Irony, and caffeine. The Bucky in a brown bottle, which for some reason is unique to Ireland, actually contains more caffeine by volume than Red Bull. And remember people dilute Red Bull, by adding vodka to it. So that’s why you see broken bottles everywhere. It’s not the 15% alcohol content that makes people clumsy. It’s the caffeine shakes.
Lohan’s bar in the seaside resort of Salthill, where my friend Maja is playing jazz on the piano. I’ve eaten a pretty good seafood chowder, and I’m sitting on a stool studying Linux, occasionally looking out at the full moon over the night sea. Life can be all right sometimes, can’t it?
I say studying, more reading up on the very basics. I’ve long regarded Linux as a step too far into the dark woods of geekhood, but now that my darn phone is running the stuff perhaps it is time to try and understand. Also I installed Ubuntu on my work PC a few months back, as some sort of convoluted and probably unnecessary intermediate stage while I was shuffling Windows licenses around, and I was very impressed. It was a silly thing that really got me – you could apply amusing effects to the whole desktop, stretching it like a rubber sheet, with a degree of responsiveness and realism I’d have thought impossible for my basic graphics hardware. I’ve never seen anything like that on Windows or OS X. Also there was the fact that you could download programs to do what you wanted without even having to consider the possibility of their being evil.
My besmitten-ness faded however as soon as I hit a snag. If I have a problem on Windows I can usually fix it. Hell, I can always fix it, some way or another. I’ve used Windows for work daily these last ten years, I’ve had to. But I come across a problem in Linux, I have simply no idea what to do.
And part of me says, maybe it should stay that way… My phone has a nice user-friendly system for installing and uninstalling apps, if something goes wrong I can simply remove the offending article or, if the worst comes to the worst, restore the phone to its factory conditions. And really, that is all I need to know.
But it’s no good. I can hear the siren’s song, with its refrain of “What does this do?” Before my eyes, suspended, is nature’s Big Red Button.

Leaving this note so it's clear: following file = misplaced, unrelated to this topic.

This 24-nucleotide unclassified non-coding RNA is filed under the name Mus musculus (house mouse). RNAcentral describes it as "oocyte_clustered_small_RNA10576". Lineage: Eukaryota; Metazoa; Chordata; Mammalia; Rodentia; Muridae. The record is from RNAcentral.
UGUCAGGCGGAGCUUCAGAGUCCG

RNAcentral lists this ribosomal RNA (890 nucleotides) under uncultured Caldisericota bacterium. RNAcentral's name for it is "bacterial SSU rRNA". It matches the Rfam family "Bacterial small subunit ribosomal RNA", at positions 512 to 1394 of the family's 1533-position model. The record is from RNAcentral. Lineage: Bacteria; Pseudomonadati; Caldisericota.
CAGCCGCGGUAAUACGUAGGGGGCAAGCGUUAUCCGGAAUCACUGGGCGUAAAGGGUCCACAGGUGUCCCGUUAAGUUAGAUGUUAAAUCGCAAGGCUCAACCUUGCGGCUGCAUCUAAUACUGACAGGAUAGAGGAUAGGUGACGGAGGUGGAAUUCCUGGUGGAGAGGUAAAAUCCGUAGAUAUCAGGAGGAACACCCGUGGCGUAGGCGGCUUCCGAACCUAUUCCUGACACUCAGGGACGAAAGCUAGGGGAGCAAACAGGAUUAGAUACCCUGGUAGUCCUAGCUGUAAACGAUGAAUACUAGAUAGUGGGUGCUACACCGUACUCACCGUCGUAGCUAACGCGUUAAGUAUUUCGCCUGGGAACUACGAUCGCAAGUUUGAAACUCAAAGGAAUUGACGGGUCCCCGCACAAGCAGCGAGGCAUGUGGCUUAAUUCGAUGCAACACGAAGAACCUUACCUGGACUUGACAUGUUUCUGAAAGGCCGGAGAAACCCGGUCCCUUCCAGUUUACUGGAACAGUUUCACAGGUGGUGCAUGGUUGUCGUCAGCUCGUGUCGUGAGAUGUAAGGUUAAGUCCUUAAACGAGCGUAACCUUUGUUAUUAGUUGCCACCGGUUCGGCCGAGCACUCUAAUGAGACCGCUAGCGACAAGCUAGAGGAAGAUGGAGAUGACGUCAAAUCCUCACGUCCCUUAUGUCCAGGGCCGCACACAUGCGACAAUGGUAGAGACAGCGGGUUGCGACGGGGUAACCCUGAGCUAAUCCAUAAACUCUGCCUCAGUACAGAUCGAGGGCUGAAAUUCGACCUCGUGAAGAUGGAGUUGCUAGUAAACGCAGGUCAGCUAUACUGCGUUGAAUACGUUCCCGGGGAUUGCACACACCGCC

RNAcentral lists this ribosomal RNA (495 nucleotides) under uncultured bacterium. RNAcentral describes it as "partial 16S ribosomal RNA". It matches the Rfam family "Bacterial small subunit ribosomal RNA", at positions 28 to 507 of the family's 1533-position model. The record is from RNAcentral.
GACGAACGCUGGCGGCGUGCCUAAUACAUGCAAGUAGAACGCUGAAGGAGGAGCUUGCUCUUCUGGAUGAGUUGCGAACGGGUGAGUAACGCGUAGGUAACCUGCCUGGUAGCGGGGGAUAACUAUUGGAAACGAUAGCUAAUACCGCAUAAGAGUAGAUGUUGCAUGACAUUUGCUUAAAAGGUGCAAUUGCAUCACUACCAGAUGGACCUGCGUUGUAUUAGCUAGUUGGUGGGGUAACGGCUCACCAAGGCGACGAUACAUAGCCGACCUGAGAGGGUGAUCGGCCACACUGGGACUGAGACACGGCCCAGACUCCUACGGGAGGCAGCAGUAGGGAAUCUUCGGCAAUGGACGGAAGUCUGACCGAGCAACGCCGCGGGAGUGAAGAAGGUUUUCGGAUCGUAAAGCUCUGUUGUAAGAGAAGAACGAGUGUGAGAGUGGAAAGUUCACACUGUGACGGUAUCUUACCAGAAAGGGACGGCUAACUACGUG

When Apple first launched the iPhone, nobody guessed just how big apps were going to become. Smartphones had applications before this of course. It was possible to download software both for Windows Mobile and for Symbian. But these hadn’t exactly set the world on fire. In part, this was because the phones came with all the software necessary for normal use, and more beside. Most additional programs tended to be either created by businesses for their own use, or were ephemera like games. The bigger reason though was that these OSes ran on a wide range of phones, all with different hardware. Not just different processors, but different control button layouts, different keyboards, different abilities. Some phones might have cameras, 3G, Wi-Fi, GPS, others none of those. Anything but the most basic software was only really going to work on one specific phone, making the market unattractively fragmented for developers.
A big part of Apple’s success therefore was simply that there was only one iPhone, with a good set of hardware features for programmers to work with. Even more important though was the innovative touch interface. This seemed almost a gimmick at first glance. At second, it seemed brilliant – now all the area taken up on an ordinary phone for buttons and controls could be given over to a screen big enough for comfortable video or Web viewing. But even that was overlooking the real genius of the idea. One whole side of the iPhone was completely configurable – as display, as controls, or as any combination thereof. The whole user interface could be adapted to the intended task. This was what made the iPhone not just a clever phone, but a whole new order of device. A shape-changer. And this meant that as well as being a potentially profitable thing to develop software for, it was also – crucially – an interesting one.